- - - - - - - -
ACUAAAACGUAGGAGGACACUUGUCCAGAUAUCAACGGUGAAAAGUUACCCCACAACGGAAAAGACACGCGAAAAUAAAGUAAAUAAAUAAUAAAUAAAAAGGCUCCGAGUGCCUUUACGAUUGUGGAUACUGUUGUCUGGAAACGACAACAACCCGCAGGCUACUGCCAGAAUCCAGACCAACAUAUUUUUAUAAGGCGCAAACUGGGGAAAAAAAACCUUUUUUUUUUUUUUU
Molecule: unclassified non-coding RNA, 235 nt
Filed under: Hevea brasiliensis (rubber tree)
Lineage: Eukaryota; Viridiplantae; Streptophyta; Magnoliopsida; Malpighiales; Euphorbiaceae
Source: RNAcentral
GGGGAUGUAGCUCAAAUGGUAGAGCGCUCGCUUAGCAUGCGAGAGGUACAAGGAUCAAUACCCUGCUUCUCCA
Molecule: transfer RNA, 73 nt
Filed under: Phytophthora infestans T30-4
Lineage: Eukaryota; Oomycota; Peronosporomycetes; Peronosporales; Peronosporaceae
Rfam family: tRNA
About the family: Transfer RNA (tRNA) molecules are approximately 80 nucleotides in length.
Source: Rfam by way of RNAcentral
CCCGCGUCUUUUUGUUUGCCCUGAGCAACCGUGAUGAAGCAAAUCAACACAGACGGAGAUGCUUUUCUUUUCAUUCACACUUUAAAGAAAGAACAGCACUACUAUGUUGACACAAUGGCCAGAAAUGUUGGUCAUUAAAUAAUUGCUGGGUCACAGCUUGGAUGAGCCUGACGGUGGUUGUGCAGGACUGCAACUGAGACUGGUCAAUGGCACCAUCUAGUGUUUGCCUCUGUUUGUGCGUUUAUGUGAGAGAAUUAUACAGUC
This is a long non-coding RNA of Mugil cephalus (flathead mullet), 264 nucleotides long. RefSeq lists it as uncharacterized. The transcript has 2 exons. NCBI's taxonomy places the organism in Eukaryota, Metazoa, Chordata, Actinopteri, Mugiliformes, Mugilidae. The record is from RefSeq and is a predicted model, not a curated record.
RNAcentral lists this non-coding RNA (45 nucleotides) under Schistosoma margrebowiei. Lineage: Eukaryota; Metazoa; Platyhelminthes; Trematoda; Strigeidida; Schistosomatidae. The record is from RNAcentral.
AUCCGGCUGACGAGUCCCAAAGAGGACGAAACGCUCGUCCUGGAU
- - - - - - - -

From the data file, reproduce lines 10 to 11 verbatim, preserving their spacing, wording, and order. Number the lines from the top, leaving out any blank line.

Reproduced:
Rfam family: tRNA
About the family: Transfer RNA (tRNA) molecules are approximately 80 nucleotides in length.